In Marin, we concluded that section 611.32 had been violated because an interpreter was available, the defendant indicated that he did not understand his rights, the officers had to explain the defendant's rights several times, the misunderstandings continued throughout the interrogation, and Marin provided inappropriate responses to the officers' questions. 541 N.W.2d at 373-74.Summary of this case from State v. Farrah
January 2, 1996. Review Denied February 27, 1996.
Appeal from the District Court, Hennepin County, Kathleen Blatz, J.
Hubert H. Humphrey, III, Atty. Gen., St. Paul, Michael O. Freeman, Hennepin County Atty., J. Michael Richardson, Asst. County Atty., Minneapolis, for respondent.
John M. Stuart, State Public Defender, Sharon E. Jacks, Asst. State Public Defender, Minneapolis, for appellant.
Considered and decided by SHORT, P.J., and RANDALL and PETERSON, JJ.
A jury convicted Franco Flores Marin of one count of criminal sexual conduct in the first degree in violation of Minn.Stat. § 609.342, subd. 1 and one count of kidnapping in violation of Minn.Stat. § 609.25, subd. 1. On appeal, Marin argues (1) the trial court erred in admitting statements made without the aid of an interpreter and (2) the evidence is insufficient to support his convictions.
In the late evening of July 18, 1994, Y.S., a minor, was returning home from work. While she waited at a bus stop, Marin drove up, apparently to use the nearby pay phone. He noticed Y.S. and asked if she remembered him. Y.S. told him that she did not, but agreed to take his phone number so she could leave. Y.S. then chose to walk home rather than wait for the next bus. Shortly thereafter, a man grabbed her from behind, dragged her to a dark area in back of a library, and raped her. Y.S. did not get a close look at her assailant. When Y.S. arrived home, upset, disheveled and crying, her mother called the police.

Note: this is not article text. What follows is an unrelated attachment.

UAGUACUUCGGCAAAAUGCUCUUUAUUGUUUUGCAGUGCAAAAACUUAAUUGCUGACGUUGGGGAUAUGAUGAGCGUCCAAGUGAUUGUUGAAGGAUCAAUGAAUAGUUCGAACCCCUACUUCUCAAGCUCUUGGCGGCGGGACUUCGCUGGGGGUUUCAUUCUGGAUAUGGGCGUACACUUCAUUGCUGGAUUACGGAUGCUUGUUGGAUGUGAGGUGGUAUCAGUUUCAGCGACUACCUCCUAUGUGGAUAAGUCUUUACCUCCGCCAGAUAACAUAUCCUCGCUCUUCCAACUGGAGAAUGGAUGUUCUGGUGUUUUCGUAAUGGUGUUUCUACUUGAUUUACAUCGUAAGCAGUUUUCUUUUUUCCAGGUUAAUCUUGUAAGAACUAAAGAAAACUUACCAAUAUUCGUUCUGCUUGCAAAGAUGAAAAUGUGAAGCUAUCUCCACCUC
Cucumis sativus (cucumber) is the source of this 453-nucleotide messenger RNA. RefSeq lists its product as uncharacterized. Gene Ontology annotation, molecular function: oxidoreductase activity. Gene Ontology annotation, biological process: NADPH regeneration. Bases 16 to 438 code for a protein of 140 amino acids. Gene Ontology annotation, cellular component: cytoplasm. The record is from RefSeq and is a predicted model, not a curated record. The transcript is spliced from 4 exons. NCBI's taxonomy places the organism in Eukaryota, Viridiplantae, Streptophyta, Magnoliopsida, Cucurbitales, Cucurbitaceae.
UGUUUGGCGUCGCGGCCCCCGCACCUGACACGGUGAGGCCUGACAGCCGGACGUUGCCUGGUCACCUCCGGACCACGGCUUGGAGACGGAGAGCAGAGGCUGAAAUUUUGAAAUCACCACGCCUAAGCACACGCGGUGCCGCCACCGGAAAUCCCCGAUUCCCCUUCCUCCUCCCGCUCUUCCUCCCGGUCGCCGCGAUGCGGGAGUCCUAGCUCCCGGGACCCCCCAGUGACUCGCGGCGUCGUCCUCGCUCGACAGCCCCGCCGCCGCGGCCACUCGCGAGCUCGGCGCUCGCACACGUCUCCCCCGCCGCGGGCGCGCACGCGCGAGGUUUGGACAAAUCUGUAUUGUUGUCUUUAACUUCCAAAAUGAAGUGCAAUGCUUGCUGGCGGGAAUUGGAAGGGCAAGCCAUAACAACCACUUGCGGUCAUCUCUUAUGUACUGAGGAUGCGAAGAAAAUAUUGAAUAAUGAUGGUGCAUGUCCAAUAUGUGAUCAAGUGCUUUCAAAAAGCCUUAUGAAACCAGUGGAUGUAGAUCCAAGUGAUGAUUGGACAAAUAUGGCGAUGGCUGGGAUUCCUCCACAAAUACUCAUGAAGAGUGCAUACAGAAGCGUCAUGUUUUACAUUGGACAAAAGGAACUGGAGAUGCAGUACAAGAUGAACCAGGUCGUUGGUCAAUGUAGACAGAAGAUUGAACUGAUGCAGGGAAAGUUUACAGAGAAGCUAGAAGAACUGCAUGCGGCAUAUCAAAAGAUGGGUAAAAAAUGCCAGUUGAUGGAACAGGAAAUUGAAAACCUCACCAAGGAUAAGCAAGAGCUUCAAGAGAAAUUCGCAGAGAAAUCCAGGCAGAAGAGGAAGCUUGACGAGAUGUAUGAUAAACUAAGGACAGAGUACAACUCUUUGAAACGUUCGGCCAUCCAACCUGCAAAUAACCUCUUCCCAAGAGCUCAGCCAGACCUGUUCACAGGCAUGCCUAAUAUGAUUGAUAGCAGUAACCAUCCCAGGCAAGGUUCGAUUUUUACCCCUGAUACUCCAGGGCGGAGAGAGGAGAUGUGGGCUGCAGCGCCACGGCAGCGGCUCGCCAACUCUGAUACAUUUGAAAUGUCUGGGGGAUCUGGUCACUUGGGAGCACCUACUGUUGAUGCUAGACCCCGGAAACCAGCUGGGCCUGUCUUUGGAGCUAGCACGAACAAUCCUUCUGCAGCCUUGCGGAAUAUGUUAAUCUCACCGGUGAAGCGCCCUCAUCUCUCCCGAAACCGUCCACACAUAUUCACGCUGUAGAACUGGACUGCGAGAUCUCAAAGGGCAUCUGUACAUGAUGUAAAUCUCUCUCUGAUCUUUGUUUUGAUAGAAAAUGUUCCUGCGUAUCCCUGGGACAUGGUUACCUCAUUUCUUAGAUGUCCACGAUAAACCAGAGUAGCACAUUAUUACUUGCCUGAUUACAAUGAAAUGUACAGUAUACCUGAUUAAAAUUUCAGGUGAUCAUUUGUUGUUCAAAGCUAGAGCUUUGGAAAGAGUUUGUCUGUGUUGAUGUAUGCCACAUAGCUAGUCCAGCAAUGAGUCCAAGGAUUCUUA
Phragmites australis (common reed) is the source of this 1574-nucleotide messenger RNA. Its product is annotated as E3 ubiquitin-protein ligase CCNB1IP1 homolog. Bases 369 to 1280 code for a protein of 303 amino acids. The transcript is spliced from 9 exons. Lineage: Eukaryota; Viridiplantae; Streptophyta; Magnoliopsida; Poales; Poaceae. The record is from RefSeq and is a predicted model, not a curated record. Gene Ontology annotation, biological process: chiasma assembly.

A few days later, Y.S. realized the man she talked to at the bus stop resided at the apartment complex where she had lived previously. Based on this information and a check stub found in Y.S.'s bag, the police arrested Marin at the restaurant where he worked and brought him to the Richfield Police Department.
At the police station, two officers questioned Marin in a tape-recorded session. Marin is a native of Mexico and speaks Spanish, but has lived in the United States for approximately seven years and in the Twin Cities for three years. Before interviewing him, the officers advised Marin of his Miranda rights. When first asked if he understood his right to remain silent, Marin responded, "A little bit." The officer again stated, "You do have the right to remain silent," and Marin replied, "I don't understand you." The other officer then told Marin that he did not have to talk to them. This time, Marin said, "Me, I want — I want to tell the truth." He responded, "okay," when the officer asked if he understood he could say he did not want to talk to them and then stated he understood. When further asked if he understood that everything he said could be used against him, Marin replied, "Yeah, I — everything what I told you." One officer also informed Marin he had the right to a lawyer. Marin simply responded, "Wait, I don't need a lawyer so I — I don't know —." When again asked if he understood his rights, Marin said, "No"; he did not understand if he needed a lawyer. Marin then acknowledged understanding his right to have one appointed. The next time an officer asked if he understood his rights, Marin replied, "Yeah."